Dean Benson, director of Visualsoft, which creates ecommerce solutions for companies, agrees that the high street is paying the price for implementing online techniques poorly. He says: “Woolworths had a website but didn’t use it, and online operators like Play.com and Amazon just took the business from under it. Woolworths was left with only declining store sales.”
Benson believes many high street retailers are guilty of failing to understand their online businesses. He advises: “Websites need to take the customer through the experience, remembering that there is no tactile experience online. Businesses have to, as closely as possible, match what the customer would do in store. If they can address their concerns about buying online then they will see their conversion rates increase.”
Benson stresses that retailers need to put time and effort into presenting their information. “You can’t just throw stuff up online with a scrappy picture and expect to sell it, just as you wouldn’t just sling things on a hanger and not put a ticket on it in a retail shop.”
Although web-only operators have the benefit of centralised distribution, which gives advantages in terms of stock and range, many are still young businesses and have yet to establish the kind of trust and heritage some high street retailers have built decades establishing.
Trusted brand names could go some way to addressing one of the potential online consumers’ number one fears: fraud. According to a report by the Office of Fair Trading, almost a third of internet users are still not shopping online due to security concerns.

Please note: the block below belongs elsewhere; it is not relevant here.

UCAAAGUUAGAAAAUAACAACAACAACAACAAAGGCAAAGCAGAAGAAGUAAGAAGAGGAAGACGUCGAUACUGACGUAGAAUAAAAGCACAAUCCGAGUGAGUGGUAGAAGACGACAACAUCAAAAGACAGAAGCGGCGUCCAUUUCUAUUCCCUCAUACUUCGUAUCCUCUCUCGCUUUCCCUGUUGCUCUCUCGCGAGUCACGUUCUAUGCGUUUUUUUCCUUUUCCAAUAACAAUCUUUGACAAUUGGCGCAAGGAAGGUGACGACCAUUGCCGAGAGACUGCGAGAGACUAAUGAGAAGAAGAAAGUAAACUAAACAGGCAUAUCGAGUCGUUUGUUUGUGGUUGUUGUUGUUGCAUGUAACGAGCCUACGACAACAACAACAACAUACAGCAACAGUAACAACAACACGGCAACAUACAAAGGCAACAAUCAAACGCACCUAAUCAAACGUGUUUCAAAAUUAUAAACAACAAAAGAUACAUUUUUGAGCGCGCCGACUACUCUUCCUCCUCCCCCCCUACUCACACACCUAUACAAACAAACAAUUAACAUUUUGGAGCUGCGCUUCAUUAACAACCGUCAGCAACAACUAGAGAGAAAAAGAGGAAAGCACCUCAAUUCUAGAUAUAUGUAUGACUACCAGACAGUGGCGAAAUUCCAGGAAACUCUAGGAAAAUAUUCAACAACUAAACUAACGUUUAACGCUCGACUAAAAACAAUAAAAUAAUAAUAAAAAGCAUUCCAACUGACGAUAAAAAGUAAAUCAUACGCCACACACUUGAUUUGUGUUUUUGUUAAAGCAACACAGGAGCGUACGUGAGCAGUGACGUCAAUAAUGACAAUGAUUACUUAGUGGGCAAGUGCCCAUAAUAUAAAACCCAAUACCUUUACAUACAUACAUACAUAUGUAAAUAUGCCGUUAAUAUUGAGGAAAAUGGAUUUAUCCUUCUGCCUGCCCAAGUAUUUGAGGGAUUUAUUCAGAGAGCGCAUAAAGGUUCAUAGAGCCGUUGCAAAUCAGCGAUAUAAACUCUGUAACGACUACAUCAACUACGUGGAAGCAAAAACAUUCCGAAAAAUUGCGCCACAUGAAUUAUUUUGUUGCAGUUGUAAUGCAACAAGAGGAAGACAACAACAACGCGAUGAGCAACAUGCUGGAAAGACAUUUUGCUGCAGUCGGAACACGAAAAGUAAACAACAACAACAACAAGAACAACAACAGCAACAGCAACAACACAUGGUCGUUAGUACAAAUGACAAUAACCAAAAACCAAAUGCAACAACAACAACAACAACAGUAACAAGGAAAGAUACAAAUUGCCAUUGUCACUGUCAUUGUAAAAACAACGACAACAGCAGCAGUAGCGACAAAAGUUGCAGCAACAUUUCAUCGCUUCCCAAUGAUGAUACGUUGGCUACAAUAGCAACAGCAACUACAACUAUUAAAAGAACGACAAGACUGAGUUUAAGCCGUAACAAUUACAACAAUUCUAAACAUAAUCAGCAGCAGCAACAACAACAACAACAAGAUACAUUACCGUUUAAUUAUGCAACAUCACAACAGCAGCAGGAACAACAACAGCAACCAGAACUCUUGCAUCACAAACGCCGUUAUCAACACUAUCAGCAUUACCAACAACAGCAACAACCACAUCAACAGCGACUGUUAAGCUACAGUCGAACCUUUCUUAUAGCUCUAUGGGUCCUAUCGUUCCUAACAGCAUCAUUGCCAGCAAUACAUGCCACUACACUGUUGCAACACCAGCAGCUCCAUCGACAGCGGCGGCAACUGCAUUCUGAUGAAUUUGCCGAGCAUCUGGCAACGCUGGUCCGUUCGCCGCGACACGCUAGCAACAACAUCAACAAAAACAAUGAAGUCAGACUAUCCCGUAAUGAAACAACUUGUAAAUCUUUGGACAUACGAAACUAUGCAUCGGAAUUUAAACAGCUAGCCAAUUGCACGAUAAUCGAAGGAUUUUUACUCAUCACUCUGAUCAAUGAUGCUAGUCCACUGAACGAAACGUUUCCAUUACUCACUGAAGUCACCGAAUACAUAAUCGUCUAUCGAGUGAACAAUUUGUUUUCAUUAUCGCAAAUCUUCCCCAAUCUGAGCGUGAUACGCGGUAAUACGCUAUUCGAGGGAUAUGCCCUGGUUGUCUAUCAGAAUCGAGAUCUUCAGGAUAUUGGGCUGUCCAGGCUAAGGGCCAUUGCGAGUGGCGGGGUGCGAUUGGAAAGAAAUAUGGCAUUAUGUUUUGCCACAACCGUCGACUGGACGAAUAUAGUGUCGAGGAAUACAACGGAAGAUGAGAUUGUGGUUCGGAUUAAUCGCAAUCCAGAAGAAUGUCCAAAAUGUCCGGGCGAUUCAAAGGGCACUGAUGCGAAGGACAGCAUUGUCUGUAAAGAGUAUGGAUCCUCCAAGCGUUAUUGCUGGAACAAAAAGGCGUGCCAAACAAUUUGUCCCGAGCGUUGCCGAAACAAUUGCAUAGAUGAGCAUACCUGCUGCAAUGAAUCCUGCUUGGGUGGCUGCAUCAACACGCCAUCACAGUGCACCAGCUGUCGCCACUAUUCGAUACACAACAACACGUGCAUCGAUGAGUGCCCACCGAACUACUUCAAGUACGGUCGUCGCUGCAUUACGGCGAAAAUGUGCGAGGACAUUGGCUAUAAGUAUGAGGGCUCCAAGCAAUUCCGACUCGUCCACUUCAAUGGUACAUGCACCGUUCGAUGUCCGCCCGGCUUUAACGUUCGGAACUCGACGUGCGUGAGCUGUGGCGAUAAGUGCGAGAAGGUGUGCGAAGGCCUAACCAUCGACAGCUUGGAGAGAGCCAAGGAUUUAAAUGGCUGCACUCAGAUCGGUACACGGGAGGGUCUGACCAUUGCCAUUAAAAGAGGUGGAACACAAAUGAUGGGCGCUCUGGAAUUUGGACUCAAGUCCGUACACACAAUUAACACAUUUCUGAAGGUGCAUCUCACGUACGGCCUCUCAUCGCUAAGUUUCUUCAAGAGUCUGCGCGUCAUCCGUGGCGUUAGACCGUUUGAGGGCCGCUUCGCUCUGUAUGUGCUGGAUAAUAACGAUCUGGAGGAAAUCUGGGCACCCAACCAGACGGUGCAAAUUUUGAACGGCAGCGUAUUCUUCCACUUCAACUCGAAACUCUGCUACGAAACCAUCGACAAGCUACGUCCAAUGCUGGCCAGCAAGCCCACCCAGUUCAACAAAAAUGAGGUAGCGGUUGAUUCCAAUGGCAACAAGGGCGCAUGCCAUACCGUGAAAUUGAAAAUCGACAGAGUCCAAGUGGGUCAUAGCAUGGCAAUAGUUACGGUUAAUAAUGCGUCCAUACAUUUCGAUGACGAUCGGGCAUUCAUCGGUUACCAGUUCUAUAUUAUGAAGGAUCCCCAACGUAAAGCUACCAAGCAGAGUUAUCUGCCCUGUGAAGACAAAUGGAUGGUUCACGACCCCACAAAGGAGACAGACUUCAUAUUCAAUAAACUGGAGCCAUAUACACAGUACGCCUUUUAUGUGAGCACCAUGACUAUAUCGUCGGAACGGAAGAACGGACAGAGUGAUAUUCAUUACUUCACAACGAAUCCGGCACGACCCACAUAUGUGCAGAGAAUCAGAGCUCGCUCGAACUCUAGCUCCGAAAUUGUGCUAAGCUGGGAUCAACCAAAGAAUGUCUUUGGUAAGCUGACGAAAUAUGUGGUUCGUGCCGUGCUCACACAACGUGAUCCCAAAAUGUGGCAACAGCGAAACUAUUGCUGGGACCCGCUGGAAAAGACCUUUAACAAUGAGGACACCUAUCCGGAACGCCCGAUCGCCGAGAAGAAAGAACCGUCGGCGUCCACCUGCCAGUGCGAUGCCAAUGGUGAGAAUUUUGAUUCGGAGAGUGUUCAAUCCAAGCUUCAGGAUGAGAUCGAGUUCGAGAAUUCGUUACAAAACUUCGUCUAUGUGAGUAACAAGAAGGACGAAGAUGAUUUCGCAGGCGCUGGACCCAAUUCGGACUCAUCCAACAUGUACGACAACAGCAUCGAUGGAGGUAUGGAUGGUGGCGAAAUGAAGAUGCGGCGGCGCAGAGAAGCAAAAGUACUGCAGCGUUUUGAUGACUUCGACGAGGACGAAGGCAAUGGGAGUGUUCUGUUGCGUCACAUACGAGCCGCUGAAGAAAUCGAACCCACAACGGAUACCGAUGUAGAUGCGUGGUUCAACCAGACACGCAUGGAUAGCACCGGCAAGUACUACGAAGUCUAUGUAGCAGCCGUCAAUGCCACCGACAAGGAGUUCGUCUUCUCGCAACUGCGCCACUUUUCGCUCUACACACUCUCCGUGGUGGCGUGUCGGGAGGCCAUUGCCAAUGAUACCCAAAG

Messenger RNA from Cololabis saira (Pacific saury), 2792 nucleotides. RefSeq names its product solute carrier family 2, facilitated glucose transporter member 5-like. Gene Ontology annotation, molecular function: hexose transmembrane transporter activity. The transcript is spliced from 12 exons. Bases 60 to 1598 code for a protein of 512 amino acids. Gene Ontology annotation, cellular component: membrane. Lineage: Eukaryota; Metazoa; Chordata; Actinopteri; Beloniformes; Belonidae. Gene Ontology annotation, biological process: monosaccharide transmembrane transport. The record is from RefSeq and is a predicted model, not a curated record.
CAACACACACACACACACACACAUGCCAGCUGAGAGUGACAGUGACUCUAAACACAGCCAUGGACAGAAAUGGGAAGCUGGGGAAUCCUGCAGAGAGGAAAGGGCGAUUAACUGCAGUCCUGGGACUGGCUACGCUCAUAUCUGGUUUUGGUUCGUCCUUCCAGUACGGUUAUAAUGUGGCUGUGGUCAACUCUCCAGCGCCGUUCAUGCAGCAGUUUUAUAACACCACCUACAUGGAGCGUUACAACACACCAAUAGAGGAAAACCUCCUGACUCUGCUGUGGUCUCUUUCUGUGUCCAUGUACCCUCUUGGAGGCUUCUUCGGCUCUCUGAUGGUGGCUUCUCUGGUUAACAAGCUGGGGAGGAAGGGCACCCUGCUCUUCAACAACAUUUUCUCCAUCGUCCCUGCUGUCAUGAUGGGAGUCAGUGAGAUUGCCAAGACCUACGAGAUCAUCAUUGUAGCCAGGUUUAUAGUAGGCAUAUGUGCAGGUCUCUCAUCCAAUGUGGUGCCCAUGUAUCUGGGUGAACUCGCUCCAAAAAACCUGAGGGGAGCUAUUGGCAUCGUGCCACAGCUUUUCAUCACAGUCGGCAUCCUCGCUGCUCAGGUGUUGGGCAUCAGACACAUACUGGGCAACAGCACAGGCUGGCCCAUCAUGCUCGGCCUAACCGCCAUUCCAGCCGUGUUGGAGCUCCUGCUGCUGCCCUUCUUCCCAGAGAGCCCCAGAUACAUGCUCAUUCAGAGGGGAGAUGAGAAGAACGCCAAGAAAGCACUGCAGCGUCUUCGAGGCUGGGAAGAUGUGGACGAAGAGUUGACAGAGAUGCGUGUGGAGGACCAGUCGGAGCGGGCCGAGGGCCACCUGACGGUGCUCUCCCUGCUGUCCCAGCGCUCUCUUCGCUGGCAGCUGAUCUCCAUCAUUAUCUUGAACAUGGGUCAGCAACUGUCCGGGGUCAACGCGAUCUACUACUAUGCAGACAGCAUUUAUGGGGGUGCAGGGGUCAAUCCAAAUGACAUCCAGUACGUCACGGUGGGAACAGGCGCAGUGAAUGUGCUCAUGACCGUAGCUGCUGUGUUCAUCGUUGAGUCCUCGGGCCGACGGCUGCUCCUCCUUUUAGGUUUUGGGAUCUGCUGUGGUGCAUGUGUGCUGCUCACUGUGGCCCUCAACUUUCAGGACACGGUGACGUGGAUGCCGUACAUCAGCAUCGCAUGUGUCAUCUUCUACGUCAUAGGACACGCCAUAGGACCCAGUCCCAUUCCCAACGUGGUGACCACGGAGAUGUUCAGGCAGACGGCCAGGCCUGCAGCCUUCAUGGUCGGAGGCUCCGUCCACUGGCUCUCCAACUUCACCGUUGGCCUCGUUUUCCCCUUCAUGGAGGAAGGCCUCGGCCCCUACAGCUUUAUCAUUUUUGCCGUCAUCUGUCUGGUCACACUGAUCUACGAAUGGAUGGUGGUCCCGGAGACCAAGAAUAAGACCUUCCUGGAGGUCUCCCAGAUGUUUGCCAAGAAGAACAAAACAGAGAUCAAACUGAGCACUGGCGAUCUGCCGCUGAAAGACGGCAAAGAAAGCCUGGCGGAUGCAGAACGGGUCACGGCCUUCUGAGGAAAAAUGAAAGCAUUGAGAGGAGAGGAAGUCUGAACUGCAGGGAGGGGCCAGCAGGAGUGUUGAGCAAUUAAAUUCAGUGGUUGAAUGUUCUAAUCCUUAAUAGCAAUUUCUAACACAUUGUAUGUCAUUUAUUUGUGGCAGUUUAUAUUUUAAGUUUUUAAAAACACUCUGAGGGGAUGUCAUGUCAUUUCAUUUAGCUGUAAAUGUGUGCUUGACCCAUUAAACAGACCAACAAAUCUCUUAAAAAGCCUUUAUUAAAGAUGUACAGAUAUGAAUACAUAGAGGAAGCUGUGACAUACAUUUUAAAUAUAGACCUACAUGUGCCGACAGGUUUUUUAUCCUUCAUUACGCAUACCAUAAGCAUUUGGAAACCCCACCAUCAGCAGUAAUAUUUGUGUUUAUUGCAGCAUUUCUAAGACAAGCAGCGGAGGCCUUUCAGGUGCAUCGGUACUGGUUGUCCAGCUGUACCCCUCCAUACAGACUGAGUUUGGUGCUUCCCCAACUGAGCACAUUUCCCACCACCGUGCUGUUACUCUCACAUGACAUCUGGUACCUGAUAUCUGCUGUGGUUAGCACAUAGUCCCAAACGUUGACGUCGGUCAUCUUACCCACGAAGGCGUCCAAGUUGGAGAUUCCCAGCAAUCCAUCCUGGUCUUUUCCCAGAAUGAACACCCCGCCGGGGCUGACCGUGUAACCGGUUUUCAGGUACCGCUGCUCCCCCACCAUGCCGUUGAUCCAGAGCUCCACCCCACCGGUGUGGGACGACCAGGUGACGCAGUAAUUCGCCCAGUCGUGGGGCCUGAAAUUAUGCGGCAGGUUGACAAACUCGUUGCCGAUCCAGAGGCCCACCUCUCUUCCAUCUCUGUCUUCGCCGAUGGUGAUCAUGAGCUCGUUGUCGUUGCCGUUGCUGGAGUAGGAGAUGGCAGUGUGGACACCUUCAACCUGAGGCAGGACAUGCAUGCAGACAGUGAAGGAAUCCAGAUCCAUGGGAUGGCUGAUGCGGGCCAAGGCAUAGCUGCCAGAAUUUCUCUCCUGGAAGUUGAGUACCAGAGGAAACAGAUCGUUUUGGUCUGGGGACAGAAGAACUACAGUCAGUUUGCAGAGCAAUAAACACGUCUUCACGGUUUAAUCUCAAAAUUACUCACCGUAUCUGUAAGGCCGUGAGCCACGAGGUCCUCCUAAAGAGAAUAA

High street stores may find the time is running out for them to leverage this asset and find real traction online when others are establishing a level of consumer confidence that is already allowing them to diversify. Amazon, for example, is reaping the rewards of expanding beyond its core offering of DVDs, books and CDs and in its recent results, it reported 40% of its business is now accounted for by the other products it offers, such as jewellery and electricals.
It all sounds like grim news for traditional retailers. But Benson says some are catching on. “The smart retailers are beginning to create a convergence between the two, bringing the high street and web offerings together. Comet’s website, for example, sells to customers but also encourages them to come in store.”
Those looking for inspiration could learn from high street music and film retailer HMV. Seeing the writing on the wall for its core offering of music and film in stores and determined not to go the way of doomed competitor Zavvi, HMV has diversified into several new and unexpected areas.
A move into the UK live music business earlier this year may allow HMV consumers exclusive content and other potential benefits. And this month the company announced it was putting cinemas above its stores in a partnership with cinema chain Curzon Artificial Eye. The idea, says HMV Group chief executive Simon Fox is to “get HMV’s customers even closer to the entertainment content they love”.
It will be tricky for traditional retailers to compete with the extra benefits offered by online brands in the age of etail 3.0. They will need to leverage the trust in their brands and translate that into offering extra value. If they cannot do this, the fourth wave of etail may well be the one that finishes off the Saturday out shopping on the high street completely.